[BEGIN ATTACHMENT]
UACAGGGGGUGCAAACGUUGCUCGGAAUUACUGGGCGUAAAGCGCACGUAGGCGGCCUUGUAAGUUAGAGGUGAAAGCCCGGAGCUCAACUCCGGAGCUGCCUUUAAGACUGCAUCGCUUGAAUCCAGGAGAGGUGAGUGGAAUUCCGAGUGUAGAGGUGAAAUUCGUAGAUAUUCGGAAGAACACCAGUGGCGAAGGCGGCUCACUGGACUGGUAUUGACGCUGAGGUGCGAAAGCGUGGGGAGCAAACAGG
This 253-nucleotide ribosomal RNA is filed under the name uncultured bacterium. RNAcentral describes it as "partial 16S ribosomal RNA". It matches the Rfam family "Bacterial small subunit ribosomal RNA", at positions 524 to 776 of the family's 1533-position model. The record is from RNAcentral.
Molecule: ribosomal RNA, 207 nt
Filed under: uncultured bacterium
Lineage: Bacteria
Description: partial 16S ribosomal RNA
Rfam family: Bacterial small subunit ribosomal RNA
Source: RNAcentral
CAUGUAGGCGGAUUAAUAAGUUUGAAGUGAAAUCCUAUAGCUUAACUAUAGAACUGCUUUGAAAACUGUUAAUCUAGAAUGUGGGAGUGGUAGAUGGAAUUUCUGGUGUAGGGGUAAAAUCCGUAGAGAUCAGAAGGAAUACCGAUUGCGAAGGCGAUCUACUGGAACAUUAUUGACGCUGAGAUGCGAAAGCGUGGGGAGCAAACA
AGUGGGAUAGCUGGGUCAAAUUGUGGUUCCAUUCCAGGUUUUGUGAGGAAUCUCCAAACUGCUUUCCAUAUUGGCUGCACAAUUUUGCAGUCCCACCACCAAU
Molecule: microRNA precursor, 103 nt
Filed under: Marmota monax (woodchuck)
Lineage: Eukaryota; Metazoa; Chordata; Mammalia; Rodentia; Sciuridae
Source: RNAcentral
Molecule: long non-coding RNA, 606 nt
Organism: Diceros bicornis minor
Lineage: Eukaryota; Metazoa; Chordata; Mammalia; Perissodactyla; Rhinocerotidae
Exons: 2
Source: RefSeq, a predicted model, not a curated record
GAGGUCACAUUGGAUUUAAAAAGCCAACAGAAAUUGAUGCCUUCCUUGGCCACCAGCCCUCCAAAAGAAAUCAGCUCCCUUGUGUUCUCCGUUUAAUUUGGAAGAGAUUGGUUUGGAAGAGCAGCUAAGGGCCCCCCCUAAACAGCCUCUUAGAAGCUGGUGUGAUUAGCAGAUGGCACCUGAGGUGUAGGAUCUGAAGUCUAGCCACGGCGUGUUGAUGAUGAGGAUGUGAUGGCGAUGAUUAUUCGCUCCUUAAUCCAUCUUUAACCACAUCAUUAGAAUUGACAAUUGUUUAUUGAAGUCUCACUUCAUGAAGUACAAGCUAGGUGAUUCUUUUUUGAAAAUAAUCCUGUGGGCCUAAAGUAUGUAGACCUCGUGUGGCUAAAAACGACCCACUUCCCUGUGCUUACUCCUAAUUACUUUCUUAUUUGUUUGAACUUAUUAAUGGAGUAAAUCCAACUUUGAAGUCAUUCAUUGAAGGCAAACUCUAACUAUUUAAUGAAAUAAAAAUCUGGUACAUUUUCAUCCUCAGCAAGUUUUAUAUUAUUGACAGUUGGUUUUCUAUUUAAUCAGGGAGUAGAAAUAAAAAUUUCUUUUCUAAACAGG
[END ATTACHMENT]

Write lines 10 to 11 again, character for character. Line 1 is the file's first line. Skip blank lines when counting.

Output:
AGUGGGAUAGCUGGGUCAAAUUGUGGUUCCAUUCCAGGUUUUGUGAGGAAUCUCCAAACUGCUUUCCAUAUUGGCUGCACAAUUUUGCAGUCCCACCACCAAU
Molecule: microRNA precursor, 103 nt